When Scientists Actually Change Their Minds
As a graduate student in 1980, I was interested in impact cratering. I had just finished reading the comet catastrophe novel Lucifer's Hammer when Luis Alvarez, the famous physicist from Lawrence Berkeley, came to Caltech to present a colloquium on his group's asteroid hypothesis. It made so much sense. What else but an impact could possibly cause a global climate catastrophe and mass extinction?
Many years later, I read an article that featured Wallace Broecker, the Columbia University scientist with revolutionary ideas about catastrophic climate change caused by abrupt slowdowns in ocean circulation. I was fascinated by his idea that the rapid onset of the Younger Dryas cold spell could have been caused by the collapse of an ice dam and a deluge of freshwater into the North Atlantic that shut off the Gulf Stream, stopping the flow of tropical heat to the northern continents and plunging them into ice-age conditions. He showed that there could be other causes of global catastrophes that don't involve impacts.
I was delighted when Broecker agreed to give the opening presentation at the American Geophysical Union (AGU) session I helped organize, but I was surprised to learn that he had abandoned his famous hypothesis about the cause of the Younger Dryas. He started his presentation by reminding everyone that he used to argue that it was triggered by the flood from the ice-age Lake Agassiz, but when he flew over the route the floodwaters should have followed, he saw no geomorphic evidence for a flood. He had changed his mind!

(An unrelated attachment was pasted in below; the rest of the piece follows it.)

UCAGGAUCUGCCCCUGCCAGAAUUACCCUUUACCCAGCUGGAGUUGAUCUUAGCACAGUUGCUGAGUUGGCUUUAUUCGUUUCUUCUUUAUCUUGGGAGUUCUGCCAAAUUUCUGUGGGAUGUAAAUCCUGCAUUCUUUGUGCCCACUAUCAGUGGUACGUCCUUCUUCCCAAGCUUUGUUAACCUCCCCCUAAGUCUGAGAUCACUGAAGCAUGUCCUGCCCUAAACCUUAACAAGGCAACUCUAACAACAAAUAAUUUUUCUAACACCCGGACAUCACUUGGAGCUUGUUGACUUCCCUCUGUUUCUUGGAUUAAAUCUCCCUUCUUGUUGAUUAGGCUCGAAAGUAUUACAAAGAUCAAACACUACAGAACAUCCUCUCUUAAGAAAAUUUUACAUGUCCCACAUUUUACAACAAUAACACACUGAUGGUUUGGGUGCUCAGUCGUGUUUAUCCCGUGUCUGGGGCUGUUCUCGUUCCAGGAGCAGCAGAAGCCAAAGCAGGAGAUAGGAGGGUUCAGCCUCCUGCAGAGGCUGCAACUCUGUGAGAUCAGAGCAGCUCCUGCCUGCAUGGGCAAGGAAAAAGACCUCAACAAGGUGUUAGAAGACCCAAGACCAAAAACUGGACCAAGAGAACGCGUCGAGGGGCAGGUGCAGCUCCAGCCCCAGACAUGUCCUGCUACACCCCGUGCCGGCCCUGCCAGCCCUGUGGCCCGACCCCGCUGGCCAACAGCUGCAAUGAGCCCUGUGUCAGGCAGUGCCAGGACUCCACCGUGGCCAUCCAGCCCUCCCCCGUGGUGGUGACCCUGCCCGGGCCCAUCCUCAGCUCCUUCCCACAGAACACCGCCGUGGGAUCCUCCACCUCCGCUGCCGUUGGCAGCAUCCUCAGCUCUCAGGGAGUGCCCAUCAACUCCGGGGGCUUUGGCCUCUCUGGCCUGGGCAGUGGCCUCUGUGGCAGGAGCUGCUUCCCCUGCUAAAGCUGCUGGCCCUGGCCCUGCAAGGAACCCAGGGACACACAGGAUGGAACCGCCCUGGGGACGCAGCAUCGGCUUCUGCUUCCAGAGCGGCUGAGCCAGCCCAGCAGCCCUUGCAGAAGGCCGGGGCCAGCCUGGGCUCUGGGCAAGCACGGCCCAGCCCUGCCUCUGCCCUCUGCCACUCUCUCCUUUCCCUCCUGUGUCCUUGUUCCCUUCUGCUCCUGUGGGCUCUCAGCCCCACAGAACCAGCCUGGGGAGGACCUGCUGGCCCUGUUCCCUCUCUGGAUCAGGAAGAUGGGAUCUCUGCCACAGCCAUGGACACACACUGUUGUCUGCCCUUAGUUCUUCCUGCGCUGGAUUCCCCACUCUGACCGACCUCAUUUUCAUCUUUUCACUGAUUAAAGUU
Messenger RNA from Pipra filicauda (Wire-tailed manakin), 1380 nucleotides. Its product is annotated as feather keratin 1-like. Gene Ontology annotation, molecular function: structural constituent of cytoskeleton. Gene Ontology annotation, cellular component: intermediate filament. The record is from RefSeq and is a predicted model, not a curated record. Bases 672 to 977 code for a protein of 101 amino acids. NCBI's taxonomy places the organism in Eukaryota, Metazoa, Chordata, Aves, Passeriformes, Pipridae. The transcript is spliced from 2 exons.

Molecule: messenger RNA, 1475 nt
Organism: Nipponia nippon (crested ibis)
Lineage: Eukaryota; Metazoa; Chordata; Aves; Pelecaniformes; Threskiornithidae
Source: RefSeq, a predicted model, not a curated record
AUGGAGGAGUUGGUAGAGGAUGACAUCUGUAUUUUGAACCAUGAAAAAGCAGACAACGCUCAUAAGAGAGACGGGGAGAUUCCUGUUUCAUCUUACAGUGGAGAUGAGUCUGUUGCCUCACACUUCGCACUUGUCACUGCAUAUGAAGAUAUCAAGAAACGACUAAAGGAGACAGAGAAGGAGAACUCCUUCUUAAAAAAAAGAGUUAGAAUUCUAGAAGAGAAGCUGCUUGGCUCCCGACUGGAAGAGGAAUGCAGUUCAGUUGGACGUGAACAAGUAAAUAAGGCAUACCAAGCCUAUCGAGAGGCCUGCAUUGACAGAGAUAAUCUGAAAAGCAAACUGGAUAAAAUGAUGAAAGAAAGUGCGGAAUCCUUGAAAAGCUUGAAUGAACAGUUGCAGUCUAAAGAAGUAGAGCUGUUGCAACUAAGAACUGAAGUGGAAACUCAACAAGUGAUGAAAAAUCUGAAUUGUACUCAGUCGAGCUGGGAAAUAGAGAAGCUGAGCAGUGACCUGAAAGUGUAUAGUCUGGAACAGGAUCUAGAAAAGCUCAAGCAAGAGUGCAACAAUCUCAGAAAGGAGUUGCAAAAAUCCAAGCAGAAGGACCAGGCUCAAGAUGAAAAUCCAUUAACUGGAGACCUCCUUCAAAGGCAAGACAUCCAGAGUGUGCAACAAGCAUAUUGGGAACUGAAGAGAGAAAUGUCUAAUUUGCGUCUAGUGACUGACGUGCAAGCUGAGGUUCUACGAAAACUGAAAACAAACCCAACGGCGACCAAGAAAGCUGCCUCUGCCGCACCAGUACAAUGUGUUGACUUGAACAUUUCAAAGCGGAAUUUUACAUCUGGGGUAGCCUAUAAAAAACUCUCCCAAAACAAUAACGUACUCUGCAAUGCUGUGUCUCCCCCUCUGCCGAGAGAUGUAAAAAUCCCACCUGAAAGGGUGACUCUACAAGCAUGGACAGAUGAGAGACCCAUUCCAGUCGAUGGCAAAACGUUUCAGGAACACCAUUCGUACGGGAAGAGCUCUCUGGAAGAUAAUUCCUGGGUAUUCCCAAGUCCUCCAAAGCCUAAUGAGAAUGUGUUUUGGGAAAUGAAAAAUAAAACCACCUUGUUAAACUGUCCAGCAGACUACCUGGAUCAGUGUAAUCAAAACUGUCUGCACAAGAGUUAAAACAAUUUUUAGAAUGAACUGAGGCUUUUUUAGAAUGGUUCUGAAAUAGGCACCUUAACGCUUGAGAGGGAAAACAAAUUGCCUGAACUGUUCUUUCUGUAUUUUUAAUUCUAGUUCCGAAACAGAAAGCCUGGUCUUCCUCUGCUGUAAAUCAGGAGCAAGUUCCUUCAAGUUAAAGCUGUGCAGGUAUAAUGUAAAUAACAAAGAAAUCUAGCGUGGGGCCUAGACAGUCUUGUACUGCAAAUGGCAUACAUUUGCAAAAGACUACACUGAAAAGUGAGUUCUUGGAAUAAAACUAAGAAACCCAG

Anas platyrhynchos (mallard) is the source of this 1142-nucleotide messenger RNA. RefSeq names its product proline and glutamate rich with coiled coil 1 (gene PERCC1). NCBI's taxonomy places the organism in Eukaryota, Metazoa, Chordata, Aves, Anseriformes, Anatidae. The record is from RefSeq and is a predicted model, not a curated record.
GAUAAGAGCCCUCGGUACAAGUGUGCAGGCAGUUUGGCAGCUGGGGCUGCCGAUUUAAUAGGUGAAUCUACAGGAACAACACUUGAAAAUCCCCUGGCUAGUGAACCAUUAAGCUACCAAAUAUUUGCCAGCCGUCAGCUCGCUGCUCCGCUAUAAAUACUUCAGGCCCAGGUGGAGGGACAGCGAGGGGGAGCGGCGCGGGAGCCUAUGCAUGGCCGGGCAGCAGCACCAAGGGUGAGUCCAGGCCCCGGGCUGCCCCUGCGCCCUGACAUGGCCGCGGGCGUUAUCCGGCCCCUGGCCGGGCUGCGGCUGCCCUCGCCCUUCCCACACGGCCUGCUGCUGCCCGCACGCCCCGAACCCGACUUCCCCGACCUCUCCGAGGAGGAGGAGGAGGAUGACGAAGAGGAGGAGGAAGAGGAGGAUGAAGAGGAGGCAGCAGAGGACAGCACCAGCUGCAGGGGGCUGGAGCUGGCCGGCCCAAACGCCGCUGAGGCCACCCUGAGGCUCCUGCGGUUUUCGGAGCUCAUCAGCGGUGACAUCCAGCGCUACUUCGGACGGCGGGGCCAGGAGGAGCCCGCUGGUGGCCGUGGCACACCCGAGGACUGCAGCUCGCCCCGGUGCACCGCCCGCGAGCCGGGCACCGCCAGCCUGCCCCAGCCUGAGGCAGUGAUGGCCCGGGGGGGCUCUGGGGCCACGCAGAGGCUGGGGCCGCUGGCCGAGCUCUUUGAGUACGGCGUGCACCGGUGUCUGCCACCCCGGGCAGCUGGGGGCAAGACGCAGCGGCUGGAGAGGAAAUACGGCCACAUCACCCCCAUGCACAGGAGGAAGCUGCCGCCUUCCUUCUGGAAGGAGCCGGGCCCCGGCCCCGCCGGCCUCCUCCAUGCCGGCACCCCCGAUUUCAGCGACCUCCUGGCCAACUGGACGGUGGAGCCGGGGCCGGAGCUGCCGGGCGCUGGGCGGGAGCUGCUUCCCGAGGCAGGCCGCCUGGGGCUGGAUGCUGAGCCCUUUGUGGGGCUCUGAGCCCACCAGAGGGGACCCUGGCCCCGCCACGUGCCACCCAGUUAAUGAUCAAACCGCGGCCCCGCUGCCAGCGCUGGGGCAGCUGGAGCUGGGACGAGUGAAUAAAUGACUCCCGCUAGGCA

His primary objections to the impact hypothesis were the same as his objections to the flood he had previously championed as the explanation: lack of evidence and lack of uniqueness of the Younger Dryas. Abrupt changes in climate, both warming and cooling, have happened many times, and Broecker argues that the climate system is inherently unstable. Why should only one of a long sequence of changes have such an improbable and catastrophic trigger event—whether impact or flood—when the climate system has repeatedly undergone such changes all by itself?
In his 1987 CSICOP address, Carl Sagan said, "In science it often happens that scientists say, ‘You know that's a really good argument; my position is mistaken,' and then they actually change their minds and you never hear that old view from them again... . I cannot recall the last time something like that has happened in politics or religion."
Broecker's esteem among scientists was not diminished when he changed his mind. The Younger Dryas impact proponents would do well to follow his example.
Mark Boslough was co-organizer of the AGU Younger Dryas session in December. He is a physicist at Sandia National Laboratories and an adjunct professor at the University of New Mexico.